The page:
– Microsoft launches Windows 7, sealing the fate of Vista.

2010

– iPad is released.

– The first commercially available jet pack is launched.

2011

– Adobe introduce Content-Aware tools.

– Wacom introduce the Cintiq 24HD. It weighs as much as a not-so-small child, but we all want one anyway.

– The number of Apple devices sold in this one year is larger than the total number of Macs sold ever. We imagine a lot of people spent this year frantically working out how to make their website responsive.

– Steve Jobs passes away aged 56.

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2012

– The final boxed version of Creative Suite, CS6, is released, which we mention only because our marketing team won a prize for their campaign and have been insufferable ever since.

– Jony Ive gets a knighthood; rumour has it he commented witheringly on the maximalist design of the medal.

– The Hobbit is the first movie filmed at 48 fps. Viewers suffer eyestrain.

– The world doesn’t end. In your face, Mayans.

2013

– Kenneth Grange scores a knighthood, joining Ive as Britain’s most decorated designer.

– Adobe launch Creative Cloud.

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– Film Gravity uses the most complex lighting setup in film history, using a custom-built light box with 1.8 million high-powered LEDs to film zero-gravity footage.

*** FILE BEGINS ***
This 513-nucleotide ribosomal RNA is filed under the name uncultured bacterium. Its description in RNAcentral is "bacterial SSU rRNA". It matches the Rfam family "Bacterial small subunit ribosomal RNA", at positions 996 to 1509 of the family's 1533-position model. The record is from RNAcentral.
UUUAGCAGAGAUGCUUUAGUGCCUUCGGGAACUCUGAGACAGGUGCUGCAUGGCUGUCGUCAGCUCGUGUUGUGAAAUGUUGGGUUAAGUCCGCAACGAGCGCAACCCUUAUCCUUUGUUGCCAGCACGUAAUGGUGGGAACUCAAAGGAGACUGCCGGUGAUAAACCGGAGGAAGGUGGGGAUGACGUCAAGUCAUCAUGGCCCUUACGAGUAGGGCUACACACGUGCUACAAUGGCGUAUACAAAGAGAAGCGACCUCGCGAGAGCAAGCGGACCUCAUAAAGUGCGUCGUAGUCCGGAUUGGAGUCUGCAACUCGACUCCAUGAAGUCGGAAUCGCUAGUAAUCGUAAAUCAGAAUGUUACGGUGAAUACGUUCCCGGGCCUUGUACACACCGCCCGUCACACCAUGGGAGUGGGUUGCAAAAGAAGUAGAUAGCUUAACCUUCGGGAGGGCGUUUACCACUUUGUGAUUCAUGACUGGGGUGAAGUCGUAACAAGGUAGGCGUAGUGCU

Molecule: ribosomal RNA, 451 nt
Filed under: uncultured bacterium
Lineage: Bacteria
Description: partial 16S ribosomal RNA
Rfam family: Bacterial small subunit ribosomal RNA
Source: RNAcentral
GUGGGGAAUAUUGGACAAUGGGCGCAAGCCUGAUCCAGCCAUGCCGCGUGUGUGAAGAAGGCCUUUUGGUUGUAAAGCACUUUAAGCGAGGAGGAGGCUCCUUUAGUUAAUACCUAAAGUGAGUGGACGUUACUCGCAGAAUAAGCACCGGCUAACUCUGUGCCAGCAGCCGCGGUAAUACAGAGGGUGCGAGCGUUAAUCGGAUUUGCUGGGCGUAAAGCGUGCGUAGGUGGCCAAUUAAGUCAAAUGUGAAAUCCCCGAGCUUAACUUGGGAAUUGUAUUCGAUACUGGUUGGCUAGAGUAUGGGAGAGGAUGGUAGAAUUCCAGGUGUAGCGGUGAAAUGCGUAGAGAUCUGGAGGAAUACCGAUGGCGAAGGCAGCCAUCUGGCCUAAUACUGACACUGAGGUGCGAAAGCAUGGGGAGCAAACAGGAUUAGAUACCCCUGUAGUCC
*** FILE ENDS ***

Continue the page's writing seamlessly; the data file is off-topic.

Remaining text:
2014

– YouTube announce that they receive 100 hours of new video content per minute.

2015

– Windows 10 is launched, if you’re into that sort of thing.

2016

– Mobile browsing overtakes desktop for the first time.

– Harambe the gorilla dies and is memorialised forever in meme form.

2017

– Carter Wilkinson makes a plea to Wendy’s for a year’s worth of free chicken nuggets. It becomes the most retweeted tweet of all time, currently standing at over 3.5 million.

– Twitter shut down online video service Vine. At least it lasted longer than its videos.

– Jigsaw24 turn 25; immediately has crisis about logo.

If you’d like to find out more about about contemporary creative kit, give us a call on 03332 400 888, email sales@Jigsaw24.com or pop your details in the form below. For all the latest news, follow @WeAreJigsaw24 on Twitter or ‘Like’ us on Facebook.

Need tech training on Mac? Our macOS Core Essentials course is for you

Need tech training on Mac? Our macOS Core Essentials course is for you

If you’re deploying Mac in your business, but your tech team are more Windows whizzes than Mac management maestros, it always helps to get a bit of guidance on how the new system differs, in the form of technical training. 

So we’ve developed our macOS Core Essentials training course just for that. Run by our friendly systems engineers, who have bags of real world experience managing Mac in business environments of various size, it’s the ideal way to make sure your tech team understand the core functionality behind macOS, how best to manage it, and how it compares to similar Windows environments, so your business can get the most from your system.